I would like to thank you for your speeches in the European parliament, with that you are defended the Greek people in front all those that want only to destroy Greece. I wish you were Greek and you spoke from part of Greek people.
We need HELP.
I’m just a Greek citizen and I’m proud of it. The problem is that we are in trouble here and the only one that cares for all the things happening to Greece is you. So I (and many other Greek citizens like me) ask for your help.
I dont have the money to travel there so i can ask you this in person.
Tell all the gentlemen there in the EU Parliament that i invite them here to Athens, to live one and only day with any simple civilian they choose so they can experience the real touch of the memorandums and the economic death we are driven into by them.
Tell Mr.Barroso and Mr. Van Rompuy that the majority of the Greek people cannot stand all these economic measures they ask from our goverment (a goverment which in the latest polls took a 8.5%!!!)
I my self am an owner of a simple grocery store and my real profit is 100 euros per week. Of course i have to pay for the rent (450 euros), electric bills (230 euros) and to eat and buy some clothes when needed among other things.
Don’t forget to tell them that living in luxury, they cant even imagine what we (the Greeks and many will follow I believe) have to put up with every day so we can continue surviving.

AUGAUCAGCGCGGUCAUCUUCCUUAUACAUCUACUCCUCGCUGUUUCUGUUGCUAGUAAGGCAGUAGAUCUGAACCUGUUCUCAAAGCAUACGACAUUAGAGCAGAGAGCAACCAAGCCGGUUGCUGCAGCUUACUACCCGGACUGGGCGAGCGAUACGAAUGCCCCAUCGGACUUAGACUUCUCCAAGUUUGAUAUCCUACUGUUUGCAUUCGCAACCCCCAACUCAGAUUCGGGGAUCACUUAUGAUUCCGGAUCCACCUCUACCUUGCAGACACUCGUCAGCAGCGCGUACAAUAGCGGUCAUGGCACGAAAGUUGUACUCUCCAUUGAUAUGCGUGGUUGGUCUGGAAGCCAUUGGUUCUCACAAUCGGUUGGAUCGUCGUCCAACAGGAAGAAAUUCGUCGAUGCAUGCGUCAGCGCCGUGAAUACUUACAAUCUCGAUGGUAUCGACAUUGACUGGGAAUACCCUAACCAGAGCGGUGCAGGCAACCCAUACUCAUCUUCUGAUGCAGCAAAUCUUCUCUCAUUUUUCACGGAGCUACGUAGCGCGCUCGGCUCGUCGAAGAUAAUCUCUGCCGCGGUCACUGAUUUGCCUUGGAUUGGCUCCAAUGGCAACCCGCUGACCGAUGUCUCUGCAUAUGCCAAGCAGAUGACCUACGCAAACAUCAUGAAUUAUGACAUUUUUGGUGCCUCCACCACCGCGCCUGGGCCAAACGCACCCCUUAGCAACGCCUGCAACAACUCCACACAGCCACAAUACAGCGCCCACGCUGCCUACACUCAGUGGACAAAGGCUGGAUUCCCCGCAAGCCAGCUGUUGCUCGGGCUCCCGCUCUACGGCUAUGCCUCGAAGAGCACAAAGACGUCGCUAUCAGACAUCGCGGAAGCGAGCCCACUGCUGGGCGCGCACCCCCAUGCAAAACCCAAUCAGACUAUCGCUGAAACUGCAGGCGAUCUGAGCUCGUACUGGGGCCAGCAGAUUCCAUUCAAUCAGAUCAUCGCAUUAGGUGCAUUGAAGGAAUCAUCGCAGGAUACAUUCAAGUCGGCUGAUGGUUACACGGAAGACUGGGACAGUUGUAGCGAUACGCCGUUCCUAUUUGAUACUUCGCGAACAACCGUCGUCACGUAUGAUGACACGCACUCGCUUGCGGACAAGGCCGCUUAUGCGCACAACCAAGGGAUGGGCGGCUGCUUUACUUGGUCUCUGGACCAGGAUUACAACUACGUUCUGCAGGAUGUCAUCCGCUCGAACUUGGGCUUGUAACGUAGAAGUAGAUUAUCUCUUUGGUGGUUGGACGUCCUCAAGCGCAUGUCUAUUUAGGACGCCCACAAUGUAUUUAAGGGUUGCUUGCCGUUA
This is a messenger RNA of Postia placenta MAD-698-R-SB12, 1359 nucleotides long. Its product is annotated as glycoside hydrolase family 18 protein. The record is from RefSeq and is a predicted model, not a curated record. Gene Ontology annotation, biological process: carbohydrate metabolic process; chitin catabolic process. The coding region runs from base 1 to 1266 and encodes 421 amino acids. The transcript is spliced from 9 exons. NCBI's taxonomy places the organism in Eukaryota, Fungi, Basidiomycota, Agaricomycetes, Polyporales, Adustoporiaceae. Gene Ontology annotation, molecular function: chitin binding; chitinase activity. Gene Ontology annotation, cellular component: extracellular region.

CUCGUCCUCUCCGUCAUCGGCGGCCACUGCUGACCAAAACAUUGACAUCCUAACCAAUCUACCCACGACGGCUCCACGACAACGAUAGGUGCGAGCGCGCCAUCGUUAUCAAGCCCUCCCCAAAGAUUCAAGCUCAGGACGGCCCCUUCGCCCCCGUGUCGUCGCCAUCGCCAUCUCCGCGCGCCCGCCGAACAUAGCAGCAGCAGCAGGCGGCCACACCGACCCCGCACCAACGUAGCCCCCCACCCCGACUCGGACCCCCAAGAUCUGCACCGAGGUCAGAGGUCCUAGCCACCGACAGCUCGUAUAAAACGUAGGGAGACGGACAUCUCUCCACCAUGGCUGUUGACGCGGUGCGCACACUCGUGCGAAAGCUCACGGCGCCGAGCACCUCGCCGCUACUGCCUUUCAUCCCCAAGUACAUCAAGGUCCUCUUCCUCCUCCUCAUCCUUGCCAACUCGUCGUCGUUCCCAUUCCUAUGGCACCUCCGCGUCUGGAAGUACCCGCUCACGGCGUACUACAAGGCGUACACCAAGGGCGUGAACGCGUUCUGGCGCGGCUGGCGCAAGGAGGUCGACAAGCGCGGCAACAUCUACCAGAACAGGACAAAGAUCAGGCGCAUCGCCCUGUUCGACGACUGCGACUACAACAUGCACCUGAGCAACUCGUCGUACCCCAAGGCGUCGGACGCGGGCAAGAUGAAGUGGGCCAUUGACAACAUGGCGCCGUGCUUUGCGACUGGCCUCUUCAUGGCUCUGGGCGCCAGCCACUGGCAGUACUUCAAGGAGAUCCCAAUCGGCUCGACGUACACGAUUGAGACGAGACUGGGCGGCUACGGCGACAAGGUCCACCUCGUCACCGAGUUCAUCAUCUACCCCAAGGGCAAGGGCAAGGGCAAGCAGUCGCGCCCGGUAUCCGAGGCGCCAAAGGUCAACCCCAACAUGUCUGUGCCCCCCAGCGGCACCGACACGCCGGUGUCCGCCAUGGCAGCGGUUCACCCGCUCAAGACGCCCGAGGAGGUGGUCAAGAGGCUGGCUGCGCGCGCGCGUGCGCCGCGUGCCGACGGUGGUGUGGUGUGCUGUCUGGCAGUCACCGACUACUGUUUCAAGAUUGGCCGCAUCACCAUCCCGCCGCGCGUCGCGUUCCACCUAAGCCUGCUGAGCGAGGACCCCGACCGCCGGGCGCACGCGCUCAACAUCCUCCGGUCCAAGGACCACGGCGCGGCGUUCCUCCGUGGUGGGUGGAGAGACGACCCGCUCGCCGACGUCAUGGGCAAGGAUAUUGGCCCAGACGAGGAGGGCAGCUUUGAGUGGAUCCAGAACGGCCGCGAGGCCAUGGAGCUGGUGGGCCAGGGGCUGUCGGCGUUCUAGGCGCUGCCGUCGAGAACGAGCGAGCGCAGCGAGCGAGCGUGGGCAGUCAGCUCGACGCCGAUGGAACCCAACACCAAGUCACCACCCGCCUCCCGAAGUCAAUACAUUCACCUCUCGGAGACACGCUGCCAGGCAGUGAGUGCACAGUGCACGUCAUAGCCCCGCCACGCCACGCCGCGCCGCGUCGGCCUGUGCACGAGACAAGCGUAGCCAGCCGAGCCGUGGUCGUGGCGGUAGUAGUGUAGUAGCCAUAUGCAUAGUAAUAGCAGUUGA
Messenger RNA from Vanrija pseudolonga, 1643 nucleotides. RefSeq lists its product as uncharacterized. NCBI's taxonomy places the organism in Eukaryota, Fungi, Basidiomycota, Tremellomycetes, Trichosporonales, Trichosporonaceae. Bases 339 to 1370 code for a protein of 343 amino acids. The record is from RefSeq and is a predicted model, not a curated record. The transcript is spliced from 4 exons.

WE CANT TAKE THIS ANYMORE. PLEASE, if you Mr Farage can understand just a little the situation i’m describing,read this in the EU Parliament on behalf of the Greek People.
Let us live in decent so we can pay back the debt that you made us own you.
We’ve never been asked about the loans. Our Goverments tricked us all this time so they could get our vote and maybe get one family member to a public service.
But that was the way previous generations was thinking and acting.
I am 34 years old and all i want is to make a family but me and my wife don’t have even the first expenses for a baby (ex.hospital about 1000 euros).
If you continue all this all you will achieve is to destroy a nation, destroy millions of people for what? Oil? Gas? Sun? Our Islands? Our Seas?
As you Mr. Farage said before,the EU is leading the Greek people to racism against Germany and France too. Mrs. Merkel and Mr. Sarchozy seems that their only interest is profit and not people or the “EU Vision”.
So please help us Mr Farage,seems that you are all we’ve got.
This is the present reality for a European Citizen.
NIGEL GRANTED FREEDOM OF CITY OF LONDON
Tuesday, 7th February 2012